Whether you are a beginner or expert gardener, companion planting in your vegetable, fruit, flower or herb garden is ideal for your landscape. Companion planting is planting two or more plant species next to each other for mutual benefit. This practice has been going on since ancient Roman times, when it was discovered that most plants have natural substances in them that can repel pests, or benefit each other. There are many types of companion planting, such as herbs next to vegetables, flowers next to fruits, and vegetables next to other vegetables.
Certain flowers can be planted around fruits or vegetables in order to repel several varieties of insects. These flowers include marigolds, sunflowers, coreopsis, petunias, and morning glories, just to name a few. You can plant these in close proximity to plants that attract lots of insects, most often produce or herb plants. Try planting them around the bases of young fruit trees as well.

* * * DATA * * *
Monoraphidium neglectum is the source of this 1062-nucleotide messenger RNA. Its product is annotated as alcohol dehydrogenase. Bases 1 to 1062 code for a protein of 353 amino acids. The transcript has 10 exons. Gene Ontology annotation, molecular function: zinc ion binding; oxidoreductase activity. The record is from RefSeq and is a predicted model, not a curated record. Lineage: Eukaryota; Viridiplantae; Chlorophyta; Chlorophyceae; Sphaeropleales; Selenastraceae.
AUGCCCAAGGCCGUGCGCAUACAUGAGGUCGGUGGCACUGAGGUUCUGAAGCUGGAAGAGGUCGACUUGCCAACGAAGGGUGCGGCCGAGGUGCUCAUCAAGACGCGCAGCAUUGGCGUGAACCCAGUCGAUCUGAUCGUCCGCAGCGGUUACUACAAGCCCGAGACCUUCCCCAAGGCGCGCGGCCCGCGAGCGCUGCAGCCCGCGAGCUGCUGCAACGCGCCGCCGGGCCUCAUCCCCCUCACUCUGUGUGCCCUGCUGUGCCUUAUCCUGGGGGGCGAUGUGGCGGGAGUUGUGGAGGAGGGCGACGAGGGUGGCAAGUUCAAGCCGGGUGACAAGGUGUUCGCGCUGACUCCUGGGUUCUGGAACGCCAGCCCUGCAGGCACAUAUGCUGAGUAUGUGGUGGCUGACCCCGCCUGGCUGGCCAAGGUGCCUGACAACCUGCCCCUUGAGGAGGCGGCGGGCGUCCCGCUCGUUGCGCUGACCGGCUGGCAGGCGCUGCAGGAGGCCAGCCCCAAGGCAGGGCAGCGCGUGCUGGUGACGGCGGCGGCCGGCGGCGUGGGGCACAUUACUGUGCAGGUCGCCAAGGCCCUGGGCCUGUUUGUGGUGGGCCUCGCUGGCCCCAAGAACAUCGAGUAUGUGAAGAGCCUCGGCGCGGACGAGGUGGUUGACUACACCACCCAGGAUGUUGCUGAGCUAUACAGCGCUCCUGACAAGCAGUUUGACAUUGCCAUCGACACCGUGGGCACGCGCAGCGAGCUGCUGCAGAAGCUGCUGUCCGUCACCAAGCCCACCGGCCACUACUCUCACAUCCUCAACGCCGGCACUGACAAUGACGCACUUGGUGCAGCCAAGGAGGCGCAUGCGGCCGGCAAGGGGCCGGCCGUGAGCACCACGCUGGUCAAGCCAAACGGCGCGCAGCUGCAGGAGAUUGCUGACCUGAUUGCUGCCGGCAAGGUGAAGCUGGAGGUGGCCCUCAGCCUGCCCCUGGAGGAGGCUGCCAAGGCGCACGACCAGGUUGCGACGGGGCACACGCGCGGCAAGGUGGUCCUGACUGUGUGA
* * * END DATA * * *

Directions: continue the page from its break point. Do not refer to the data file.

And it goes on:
Vegetables and Herbs
Herb and vegetable gardens go hand-in-hand, and they benefit each other more than many people realize. These combinations can either help protect each other from insects, or can help benefit each other through nutrients in the soil. They include radishes paired with chervil; tomatoes next to basil, parsley, sage or dill; cucumbers by lemon balm; lettuce next to corn, dill or carrots; peppers by sweet marjoram, or cabbage and mint or sage. Of course, these combinations all depend on if you can grow these in your region or climate. Other pairings include peas and caraway; sage and parsley surrounding carrots; broccoli next to dill, rosemary or peppermint; onion and savory herb; or eggplant and thyme.
Vegetables and Vegetables
Some vegetables work well with other vegetables when grown in rows next to them. This is great for farms or for large patches of land. Ideal combinations include pole beans and radishes, celery and broccoli, onions and carrots, cabbage and leeks, and bush beans with potatoes.